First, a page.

Keep in mind that making decisions and solving problems are essential skills in adolescence and adulthood. Help your child develop these skills by letting him make more decisions.
Rather than telling your child what to do, it’s better to present him with choices you can accept. Ask him to describe the criteria he’s using to make his decision. Talk about how different choices come with different consequences.
What you can say
“Jacob, you need to make a decision about what you want to do this summer. The call is yours, but keep in mind that sitting around all summer watching television won’t do much to help you get into college or get a good job.”
“Can you walk me through the process you’re using to make this decision? I’d like to understand what criteria you’re using to think this through. I don’t want to add to the pressure, but your decision could have an impact on what opportunities are available to you when you finish high school.”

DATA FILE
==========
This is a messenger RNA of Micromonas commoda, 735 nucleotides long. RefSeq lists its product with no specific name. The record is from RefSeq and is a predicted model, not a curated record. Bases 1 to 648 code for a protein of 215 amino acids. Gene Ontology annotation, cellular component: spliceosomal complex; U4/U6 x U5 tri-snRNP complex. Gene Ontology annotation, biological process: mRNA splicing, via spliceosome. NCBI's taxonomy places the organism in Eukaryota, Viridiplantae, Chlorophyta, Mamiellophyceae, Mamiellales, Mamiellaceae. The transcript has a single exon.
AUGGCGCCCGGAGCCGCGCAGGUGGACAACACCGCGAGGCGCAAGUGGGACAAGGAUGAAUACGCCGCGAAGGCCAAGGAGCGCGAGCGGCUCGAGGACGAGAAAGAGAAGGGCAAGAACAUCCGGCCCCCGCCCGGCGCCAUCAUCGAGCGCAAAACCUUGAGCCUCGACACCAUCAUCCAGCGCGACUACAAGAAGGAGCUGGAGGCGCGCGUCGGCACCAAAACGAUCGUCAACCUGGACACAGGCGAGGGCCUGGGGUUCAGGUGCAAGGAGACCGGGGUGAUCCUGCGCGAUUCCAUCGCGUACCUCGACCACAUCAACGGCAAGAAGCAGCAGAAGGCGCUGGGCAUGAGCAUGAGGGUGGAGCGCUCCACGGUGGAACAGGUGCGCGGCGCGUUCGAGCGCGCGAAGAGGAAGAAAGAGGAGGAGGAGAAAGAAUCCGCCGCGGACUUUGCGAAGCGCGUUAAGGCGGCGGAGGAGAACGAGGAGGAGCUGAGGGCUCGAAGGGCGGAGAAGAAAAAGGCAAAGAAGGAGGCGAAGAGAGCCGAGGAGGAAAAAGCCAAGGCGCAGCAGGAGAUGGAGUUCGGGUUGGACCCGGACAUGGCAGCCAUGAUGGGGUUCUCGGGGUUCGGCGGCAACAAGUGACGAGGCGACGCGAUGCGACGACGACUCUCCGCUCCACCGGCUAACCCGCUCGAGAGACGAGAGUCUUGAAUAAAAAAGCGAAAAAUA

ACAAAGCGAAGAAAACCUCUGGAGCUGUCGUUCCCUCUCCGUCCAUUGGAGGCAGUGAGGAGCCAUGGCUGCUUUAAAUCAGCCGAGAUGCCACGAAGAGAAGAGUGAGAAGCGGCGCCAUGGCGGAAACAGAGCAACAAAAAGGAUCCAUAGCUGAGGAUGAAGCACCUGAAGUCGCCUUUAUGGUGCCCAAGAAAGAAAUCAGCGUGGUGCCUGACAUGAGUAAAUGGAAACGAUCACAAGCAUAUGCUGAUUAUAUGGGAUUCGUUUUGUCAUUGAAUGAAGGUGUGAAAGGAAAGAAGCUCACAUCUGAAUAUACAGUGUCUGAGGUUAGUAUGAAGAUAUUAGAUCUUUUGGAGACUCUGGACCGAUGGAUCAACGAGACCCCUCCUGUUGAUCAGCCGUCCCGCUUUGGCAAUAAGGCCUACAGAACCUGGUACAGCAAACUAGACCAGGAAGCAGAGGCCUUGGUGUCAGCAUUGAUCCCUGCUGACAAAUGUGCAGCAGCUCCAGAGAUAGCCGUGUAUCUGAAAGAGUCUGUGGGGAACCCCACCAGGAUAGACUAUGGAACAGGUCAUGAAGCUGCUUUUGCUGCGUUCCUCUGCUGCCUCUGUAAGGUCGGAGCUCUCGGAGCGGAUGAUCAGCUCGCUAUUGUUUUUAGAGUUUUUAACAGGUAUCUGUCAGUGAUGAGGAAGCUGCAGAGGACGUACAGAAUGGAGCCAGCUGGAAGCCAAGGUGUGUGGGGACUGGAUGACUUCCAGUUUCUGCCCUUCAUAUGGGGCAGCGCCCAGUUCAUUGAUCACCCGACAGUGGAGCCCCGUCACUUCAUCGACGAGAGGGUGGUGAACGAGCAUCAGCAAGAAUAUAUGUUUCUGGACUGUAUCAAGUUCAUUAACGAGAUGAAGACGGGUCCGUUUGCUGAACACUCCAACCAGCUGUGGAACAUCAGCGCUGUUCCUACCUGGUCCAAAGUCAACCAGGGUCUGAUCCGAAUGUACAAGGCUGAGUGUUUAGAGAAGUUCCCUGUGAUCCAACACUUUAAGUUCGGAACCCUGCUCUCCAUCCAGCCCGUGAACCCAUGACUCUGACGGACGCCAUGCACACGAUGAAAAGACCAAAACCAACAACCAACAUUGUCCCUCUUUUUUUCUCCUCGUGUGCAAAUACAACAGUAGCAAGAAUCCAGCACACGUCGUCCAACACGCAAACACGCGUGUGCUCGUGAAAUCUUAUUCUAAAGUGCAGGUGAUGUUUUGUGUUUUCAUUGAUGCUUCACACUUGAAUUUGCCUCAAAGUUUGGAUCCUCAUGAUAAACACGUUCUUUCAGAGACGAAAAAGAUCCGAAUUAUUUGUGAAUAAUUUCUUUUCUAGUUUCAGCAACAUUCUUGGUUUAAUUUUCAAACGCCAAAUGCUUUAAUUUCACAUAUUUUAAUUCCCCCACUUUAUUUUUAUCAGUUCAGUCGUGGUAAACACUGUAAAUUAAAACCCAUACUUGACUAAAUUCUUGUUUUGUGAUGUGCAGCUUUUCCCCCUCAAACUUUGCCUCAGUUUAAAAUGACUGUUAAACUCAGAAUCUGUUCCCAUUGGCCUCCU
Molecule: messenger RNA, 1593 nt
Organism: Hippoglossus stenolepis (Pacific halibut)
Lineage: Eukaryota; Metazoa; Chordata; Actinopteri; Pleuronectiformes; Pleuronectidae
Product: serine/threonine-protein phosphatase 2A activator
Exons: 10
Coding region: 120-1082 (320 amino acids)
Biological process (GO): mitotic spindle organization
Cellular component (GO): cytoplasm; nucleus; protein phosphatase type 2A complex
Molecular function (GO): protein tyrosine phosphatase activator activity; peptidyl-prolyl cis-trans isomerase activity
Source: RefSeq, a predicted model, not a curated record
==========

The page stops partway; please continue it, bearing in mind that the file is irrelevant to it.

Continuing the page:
“Is there any information you need to help you make this decision? We’ve talked before about the importance of self-advocacy. If you can speak up and tell me what you need to help you decide what to do this summer, it will help you get better at making decisions in the future.”
Why this will help
Problem-solving is an essential skill that must be practiced. Working on this skill together will help your child develop the language he needs to resolve conflicts and self-advocate in school as well as in social settings.
It’s also crucial for him to learn that decisions come with consequences. As a parent, you want to protect your child and keep him safe. But kids can only learn how important it is to make good decisions by dealing with the consequences of their choices.